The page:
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Alumni Rate Colleges' Responsiveness to Discrimination
Education

Alumni Rate Colleges' Responsiveness to Discrimination

Alumni Rate Colleges' Responsiveness to Discrimination

WASHINGTON, D.C. -- About a quarter of recent college graduates (27%) strongly agree that if they had raised an issue about discrimination on campus, their alma mater would have fully investigated it.

Graduates who completed their degree at a public college or university (29%) are slightly more likely than graduates from private not-for-profit (25%) and private for-profit (24%) colleges to strongly agree that their institution would have fully investigated a reported discrimination issue. Three times as many private for-profit graduates (15%) as private not-for-profit graduates (5%) strongly disagree that their institution would have fully investigated such an issue.

U.S. Graduates' Confidence Their Alma Mater Would Have Fully Investigated Discrimination Report
On a scale of 1 to 5, in which 1 means strongly disagree and 5 means strongly agree, please rate your level of agreement with the following statement: If I had raised an issue about discrimination on campus, I am confident [University] would have fully investigated it.
Strongly agree 4 3 2 Strongly disagree Don't know
% % % % % %
All graduates 27 27 20 8 5 13
Public graduates 29 25 20 7 5 14
Private not-for-profit graduates 25 29 21 11 5 9
Private for-profit graduates 24 20 18 2 15 22
Among those who received a bachelor's degree between 2010 and 2019
Gallup Alumni Survey, Oct. 24-Nov. 7, 2019

These results are based on interviews with more than 1,600 college graduates who completed their bachelor's degree between 2010 and 2019.

Black, Hispanic Grads Less Confident in Institutions

Only 19% of black graduates strongly agree that their institution would have fully investigated a reported issue of discrimination, compared with 29% of white graduates. Similarly, Hispanic graduates are less likely than white graduates to feel confident in their alma mater's response, with just 23% saying their institution would have fully investigated a claim.

U.S. Graduates' Confidence Their Alma Mater Would Have Fully Investigated Discrimination Report, by Race/Ethnicity
On a scale of 1 to 5, in which 1 means strongly disagree and 5 means strongly agree, please rate your level of agreement with the following statement: If I had raised an issue about discrimination on campus, I am confident [University] would have fully investigated it.
Strongly agree 4 3 2 Strongly disagree Don't know
% % % % % %
All graduates 27 27 20 8 5 13
White graduates 29 26 19 9 5 13
Black graduates 19 22 31 6 9 14
Hispanic graduates 23 33 18 7 6 15
Asian graduates 21 35 20 11 5 7
Among those who received a bachelor's degree between 2010 and 2019
Gallup Alumni Survey, Oct. 24-Nov. 7, 2019

Female, LGBT Grads Less Likely to Be Confident in Alma Mater

Female graduates (25%) are less likely than male graduates (30%) to say their institution would have fully investigated a discrimination claim. Similarly, by 24% to 28%, graduates who identify as lesbian, gay, bisexual or transgender (LGBT) are less likely than their non-LGBT peers to report that their institution would have investigated a discrimination complaint.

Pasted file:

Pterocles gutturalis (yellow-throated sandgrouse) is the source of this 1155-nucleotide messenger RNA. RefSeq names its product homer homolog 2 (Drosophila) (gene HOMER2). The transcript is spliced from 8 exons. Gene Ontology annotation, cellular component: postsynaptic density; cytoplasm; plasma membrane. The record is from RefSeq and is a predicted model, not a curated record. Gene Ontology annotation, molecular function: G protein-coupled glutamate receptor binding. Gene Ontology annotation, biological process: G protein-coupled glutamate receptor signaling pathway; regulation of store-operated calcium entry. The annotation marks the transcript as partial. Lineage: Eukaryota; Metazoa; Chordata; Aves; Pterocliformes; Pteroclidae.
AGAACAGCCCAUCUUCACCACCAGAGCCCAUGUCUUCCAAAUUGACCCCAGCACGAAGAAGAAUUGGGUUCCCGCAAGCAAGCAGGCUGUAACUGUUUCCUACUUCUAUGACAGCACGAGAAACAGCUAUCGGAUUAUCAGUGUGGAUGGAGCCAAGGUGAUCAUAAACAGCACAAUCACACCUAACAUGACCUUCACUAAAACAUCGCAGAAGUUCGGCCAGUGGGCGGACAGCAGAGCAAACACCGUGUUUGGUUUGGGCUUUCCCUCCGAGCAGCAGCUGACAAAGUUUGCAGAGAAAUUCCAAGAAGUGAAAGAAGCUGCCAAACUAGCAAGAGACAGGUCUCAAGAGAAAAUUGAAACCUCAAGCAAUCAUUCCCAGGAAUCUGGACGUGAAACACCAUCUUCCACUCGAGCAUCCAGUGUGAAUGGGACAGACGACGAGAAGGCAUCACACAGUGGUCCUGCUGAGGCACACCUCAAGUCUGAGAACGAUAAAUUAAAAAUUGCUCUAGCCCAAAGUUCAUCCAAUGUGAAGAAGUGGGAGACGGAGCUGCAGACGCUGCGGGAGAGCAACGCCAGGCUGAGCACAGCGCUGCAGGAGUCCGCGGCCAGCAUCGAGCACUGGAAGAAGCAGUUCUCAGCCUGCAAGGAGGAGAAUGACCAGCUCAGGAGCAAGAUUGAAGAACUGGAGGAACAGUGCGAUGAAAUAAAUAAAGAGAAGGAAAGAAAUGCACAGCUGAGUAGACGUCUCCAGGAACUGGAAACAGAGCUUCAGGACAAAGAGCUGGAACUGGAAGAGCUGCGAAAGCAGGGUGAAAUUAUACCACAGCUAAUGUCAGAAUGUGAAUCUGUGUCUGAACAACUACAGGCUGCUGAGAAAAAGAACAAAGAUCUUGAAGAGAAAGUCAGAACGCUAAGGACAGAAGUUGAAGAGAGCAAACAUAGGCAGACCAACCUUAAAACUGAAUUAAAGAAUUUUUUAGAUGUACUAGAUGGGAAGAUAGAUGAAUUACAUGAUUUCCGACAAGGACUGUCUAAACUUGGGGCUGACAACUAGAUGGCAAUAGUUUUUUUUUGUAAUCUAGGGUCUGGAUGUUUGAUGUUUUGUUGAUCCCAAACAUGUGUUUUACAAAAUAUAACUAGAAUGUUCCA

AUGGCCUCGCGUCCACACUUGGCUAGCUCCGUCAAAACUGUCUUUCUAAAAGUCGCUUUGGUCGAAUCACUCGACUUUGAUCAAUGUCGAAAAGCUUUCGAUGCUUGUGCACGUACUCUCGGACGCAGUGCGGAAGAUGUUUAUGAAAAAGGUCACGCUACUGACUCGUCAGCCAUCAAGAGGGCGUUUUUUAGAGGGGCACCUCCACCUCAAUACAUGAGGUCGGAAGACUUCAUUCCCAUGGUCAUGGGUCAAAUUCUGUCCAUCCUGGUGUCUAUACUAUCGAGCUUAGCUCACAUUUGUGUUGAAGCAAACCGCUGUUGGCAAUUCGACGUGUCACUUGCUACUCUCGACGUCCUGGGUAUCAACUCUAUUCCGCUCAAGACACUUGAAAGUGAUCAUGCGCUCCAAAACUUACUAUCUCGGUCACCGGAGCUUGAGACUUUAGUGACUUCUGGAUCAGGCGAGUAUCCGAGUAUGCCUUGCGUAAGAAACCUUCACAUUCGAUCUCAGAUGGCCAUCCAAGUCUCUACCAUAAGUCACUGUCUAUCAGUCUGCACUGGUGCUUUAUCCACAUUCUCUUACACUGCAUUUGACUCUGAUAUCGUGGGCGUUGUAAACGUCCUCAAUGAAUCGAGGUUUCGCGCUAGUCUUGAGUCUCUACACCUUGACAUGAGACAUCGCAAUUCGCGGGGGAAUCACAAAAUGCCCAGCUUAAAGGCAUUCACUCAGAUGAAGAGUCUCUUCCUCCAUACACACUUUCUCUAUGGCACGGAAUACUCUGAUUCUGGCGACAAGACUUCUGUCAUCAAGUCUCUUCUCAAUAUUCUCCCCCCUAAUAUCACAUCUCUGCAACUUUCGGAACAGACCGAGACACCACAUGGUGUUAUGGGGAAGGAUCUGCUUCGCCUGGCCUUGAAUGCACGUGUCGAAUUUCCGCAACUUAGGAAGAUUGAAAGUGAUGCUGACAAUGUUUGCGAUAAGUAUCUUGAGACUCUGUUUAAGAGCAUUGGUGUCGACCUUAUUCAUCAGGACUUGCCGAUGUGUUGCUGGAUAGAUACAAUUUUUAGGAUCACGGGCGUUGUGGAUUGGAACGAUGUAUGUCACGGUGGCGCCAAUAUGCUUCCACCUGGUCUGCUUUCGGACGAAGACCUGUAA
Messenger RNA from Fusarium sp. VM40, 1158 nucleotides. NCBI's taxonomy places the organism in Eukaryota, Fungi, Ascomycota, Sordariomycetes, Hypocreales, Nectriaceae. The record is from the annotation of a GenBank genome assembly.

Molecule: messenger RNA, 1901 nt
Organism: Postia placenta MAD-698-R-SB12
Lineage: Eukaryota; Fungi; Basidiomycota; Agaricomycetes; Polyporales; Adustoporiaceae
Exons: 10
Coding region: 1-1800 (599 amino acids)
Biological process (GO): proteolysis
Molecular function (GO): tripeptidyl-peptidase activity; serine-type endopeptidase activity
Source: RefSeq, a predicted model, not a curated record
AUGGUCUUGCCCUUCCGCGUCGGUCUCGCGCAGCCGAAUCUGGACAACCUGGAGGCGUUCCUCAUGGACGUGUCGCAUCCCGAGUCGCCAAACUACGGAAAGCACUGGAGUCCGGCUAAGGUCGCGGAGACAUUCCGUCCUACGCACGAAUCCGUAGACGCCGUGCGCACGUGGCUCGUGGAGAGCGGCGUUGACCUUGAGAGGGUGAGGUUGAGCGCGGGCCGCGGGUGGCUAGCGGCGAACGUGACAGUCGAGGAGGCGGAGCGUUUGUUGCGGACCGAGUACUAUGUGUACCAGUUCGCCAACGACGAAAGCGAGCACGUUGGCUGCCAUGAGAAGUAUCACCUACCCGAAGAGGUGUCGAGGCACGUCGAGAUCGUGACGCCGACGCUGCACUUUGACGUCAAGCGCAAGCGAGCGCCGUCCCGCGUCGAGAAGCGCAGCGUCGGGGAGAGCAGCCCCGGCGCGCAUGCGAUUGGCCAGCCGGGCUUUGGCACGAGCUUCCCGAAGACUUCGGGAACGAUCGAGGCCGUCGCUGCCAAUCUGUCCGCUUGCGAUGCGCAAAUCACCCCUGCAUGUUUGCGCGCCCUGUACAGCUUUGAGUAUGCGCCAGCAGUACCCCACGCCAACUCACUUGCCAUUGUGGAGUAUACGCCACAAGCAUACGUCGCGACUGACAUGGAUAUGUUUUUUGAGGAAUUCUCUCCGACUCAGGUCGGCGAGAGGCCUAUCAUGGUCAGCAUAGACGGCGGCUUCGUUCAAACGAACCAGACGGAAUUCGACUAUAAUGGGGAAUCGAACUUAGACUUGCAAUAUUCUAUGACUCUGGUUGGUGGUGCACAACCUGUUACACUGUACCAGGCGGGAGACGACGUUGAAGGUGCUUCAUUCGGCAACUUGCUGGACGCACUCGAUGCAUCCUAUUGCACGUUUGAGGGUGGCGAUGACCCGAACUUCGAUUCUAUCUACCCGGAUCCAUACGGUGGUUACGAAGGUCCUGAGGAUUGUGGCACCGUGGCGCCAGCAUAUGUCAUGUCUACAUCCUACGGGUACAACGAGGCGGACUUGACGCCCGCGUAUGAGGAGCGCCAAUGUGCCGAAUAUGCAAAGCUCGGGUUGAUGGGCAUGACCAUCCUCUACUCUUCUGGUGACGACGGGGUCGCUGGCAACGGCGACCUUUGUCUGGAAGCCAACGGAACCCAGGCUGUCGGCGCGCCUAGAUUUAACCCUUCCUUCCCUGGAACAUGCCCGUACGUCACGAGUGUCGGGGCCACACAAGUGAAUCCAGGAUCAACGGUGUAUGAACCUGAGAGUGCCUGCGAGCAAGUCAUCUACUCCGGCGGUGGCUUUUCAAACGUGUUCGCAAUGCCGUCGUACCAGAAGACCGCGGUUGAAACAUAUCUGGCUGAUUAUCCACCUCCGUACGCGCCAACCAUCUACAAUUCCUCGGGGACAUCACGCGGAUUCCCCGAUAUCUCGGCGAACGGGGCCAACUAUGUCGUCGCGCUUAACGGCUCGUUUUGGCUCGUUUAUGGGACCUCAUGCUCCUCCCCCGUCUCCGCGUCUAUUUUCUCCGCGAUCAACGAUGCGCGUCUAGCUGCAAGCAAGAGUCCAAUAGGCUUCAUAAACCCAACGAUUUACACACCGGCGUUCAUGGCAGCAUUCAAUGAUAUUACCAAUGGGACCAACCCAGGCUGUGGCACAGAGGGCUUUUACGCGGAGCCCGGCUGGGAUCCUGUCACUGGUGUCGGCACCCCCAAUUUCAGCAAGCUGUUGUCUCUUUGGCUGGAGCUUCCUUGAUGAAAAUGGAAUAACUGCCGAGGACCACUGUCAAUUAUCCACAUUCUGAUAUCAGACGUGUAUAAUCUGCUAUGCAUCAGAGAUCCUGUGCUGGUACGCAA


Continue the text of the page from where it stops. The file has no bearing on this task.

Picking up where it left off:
U.S. Graduates' Confidence Their Alma Mater Would Have Fully Investigated Discrimination Report, by Subgroup
On a scale of 1 to 5, in which 1 means strongly disagree and 5 means strongly agree, please rate your level of agreement with the following statement: If I had raised an issue about discrimination on campus, I am confident [University] would have fully investigated it.
Strongly agree 4 3 2 Strongly disagree Don't know
% % % % % %
All graduates 27 27 20 8 5 13
Female graduates 25 26 22 10 6 11
Male graduates 30 27 17 7 4 15
LGBT graduates 24 23 25 12 9 8
Non-LGBT graduates 28 27 19 8 4 14
Among those who received a bachelor's degree between 2010 and 2019
Gallup Alumni Survey, Oct. 24-Nov. 7, 2019

Implications

Equity is foundational to a highly rigorous academic experience. Gallup data show that for organizations to be truly inclusive, individuals must believe their organization would do the right thing if they reported an issue. For most, this belief that their organization would do the right thing means their institution would fully investigate any complaint. Unfortunately, on the important issue of discrimination, only about a quarter of recent college graduates are confident that their report would have been fully investigated.

These data are similar to the Gallup Alumni Survey data on sexual assault, which finds 32% of recent college graduates strongly agree that their institution would have fully investigated a report of sexual assault on campus.

The attitudes detailed in this article are important given that universities are becoming increasingly diverse places. Unfortunately, these data also come amid continued accounts of increasing numbers of hate crimes reported across college campuses nationally over the past several years.

Learn more about Gallup Education.


Gallup https://news.gallup.com/poll/311297/alumni-rate-colleges-responsiveness-discrimination.aspx
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